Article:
Multiple intravenous tranexamic acid doses in total knee arthroplasty in patients with rheumatoid arthritis: a randomized controlled study
Kang BX, Xu H, Gao CX, Zhong S, Zhang J, Xie J, Sun ST, Ma YH, Xu XR, Zhao C, et al
BMC musculoskeletal disorders. 2021;22(1):425
BACKGROUND We aimed to determine the efficacy and safety of multiple doses of intravenous tranexamic acid (IV-TXA) on perioperative blood loss in patients with rheumatoid arthritis (RA) who had undergone primary unilateral total knee arthroplasty (TKA). METHODS For this single-center, single-blind randomized controlled clinical trial, 10 male and 87 female participants with RA, aged 50-75 years, who underwent unilateral primary TKA were recruited. The patients received one dose of 1 g IV-TXA 10 min before skin incision, followed by articular injection of 1.5 g tranexamic acid after cavity suture during the surgery. The patients were randomly assigned (1:1) into two groups and received an additional single dose of IV-TXA (1 g) for 3 h (group A) or three doses of IV-TXA (1 g) for 3, 6, and 12 h (group B) postoperatively. Primary outcomes were total blood loss (TBL), hidden blood loss (HBL), and maximum hemoglobin (Hb) level decrease. Secondary outcomes were transfusion rate and D-dimer levels. All parameters were measured postoperatively during inpatient hospital stay. RESULTS The mean TBL, HBL, and maximum Hb level decrease in group B (506.1 ± 227.0 mL, 471.6 ± 224.0 mL, and 17.5 ± 7.7 g/L, respectively) were significantly lower than those in group A (608.8 ± 244.8 mL, P = 0.035; 574.0 ± 242.3 mL, P = 0.033; and 23.42 ± 9.2 g/L, P = 0.001, respectively). No episode of transfusion occurred. The D-dimer level was lower in group B than in group A on postoperative day 1 (P < 0.001), and the incidence of thromboembolic events was similar between the groups (P > 0.05). CONCLUSION In patients with RA, three doses of postoperative IV-TXA further facilitated HBL and Hb level decrease without increasing the incidence of adverse events in a short period after TKA. TRIAL REGISTRATION The trial was registered in the Chinese Clinical Trial Registry ( ChiCTR1900025013 ).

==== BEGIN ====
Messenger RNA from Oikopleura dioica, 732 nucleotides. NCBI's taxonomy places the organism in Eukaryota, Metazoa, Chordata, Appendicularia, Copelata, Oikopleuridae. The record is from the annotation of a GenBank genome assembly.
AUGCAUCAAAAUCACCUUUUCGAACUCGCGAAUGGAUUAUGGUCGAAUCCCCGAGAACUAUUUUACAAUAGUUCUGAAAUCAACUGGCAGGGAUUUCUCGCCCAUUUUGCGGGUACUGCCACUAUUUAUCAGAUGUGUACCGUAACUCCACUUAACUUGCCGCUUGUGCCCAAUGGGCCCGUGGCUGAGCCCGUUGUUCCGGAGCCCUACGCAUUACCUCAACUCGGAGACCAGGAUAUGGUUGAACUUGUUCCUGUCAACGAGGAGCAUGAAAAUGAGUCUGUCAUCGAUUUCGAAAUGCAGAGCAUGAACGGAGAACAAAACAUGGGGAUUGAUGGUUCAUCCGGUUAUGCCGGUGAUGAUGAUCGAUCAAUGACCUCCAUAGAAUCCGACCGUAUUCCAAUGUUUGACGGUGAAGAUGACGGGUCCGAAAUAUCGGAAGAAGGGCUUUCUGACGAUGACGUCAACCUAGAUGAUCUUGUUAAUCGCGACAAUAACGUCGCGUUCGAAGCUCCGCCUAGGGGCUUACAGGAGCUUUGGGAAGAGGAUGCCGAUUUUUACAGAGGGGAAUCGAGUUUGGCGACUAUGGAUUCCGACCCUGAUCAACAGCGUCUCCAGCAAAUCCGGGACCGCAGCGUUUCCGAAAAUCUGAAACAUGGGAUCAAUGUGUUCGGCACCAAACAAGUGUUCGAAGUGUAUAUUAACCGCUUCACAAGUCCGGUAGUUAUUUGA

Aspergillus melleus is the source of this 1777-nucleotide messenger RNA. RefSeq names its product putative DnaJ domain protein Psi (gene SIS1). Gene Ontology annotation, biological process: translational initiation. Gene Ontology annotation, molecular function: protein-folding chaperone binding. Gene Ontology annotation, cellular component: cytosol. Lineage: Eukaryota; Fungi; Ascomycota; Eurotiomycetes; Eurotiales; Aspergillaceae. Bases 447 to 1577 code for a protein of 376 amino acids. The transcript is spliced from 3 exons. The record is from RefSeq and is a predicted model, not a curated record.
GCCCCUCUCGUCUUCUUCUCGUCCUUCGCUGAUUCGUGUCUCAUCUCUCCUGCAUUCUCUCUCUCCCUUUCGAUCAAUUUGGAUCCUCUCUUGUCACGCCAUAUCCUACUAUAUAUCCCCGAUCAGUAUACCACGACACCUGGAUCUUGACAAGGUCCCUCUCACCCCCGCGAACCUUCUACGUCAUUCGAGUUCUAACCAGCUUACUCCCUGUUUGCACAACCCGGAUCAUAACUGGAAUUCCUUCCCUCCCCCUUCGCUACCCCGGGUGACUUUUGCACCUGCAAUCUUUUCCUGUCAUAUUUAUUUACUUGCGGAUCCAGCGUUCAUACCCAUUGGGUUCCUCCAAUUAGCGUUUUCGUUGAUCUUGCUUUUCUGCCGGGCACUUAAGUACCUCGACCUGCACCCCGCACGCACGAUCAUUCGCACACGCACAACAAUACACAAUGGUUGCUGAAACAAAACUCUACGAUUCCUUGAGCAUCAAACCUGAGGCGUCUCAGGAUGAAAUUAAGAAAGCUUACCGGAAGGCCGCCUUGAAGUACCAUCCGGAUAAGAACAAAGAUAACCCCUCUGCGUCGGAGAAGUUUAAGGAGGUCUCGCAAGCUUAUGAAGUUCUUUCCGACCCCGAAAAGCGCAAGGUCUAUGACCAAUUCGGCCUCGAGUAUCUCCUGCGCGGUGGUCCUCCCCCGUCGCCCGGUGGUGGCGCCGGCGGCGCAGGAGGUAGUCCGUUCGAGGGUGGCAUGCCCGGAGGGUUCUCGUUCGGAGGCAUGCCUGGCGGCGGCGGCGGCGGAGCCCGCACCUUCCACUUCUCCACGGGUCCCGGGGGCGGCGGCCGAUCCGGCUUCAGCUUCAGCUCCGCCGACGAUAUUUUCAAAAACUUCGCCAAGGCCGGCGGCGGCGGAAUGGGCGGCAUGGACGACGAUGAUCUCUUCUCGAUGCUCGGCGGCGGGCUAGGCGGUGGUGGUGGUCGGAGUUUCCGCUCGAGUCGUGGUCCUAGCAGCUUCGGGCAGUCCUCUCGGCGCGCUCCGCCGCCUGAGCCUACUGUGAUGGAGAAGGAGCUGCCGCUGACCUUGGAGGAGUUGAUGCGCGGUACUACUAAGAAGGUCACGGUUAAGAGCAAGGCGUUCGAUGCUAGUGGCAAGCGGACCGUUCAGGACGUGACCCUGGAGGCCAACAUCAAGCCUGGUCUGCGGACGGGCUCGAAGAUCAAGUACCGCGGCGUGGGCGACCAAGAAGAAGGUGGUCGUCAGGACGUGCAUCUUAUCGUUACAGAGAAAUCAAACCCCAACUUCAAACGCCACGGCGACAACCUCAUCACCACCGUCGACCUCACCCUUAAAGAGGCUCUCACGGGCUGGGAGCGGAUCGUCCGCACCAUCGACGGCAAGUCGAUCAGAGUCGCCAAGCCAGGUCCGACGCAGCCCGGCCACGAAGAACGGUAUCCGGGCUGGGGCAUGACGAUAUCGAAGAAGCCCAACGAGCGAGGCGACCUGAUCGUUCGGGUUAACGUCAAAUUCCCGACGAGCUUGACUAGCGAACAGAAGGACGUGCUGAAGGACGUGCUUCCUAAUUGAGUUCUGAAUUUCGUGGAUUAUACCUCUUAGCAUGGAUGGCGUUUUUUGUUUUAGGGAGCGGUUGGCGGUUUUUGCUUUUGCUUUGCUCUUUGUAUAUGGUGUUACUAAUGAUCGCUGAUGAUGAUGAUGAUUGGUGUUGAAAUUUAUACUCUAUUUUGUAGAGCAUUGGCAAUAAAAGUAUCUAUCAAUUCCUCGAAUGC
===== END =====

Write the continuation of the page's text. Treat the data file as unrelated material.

Effect of Multiple Doses of Intravenous Tranexamic Acid on Perioperative Blood Loss in Total Knee Arthroplasty: A Randomized Controlled Study
Kang BX, Li YL, Xu H, Gao CX, Zhong S, Zhang J, Xie J, Sun ST, Xu XR, Zhao C, et al
Orthopaedic surgery. 2021;13(1):126-133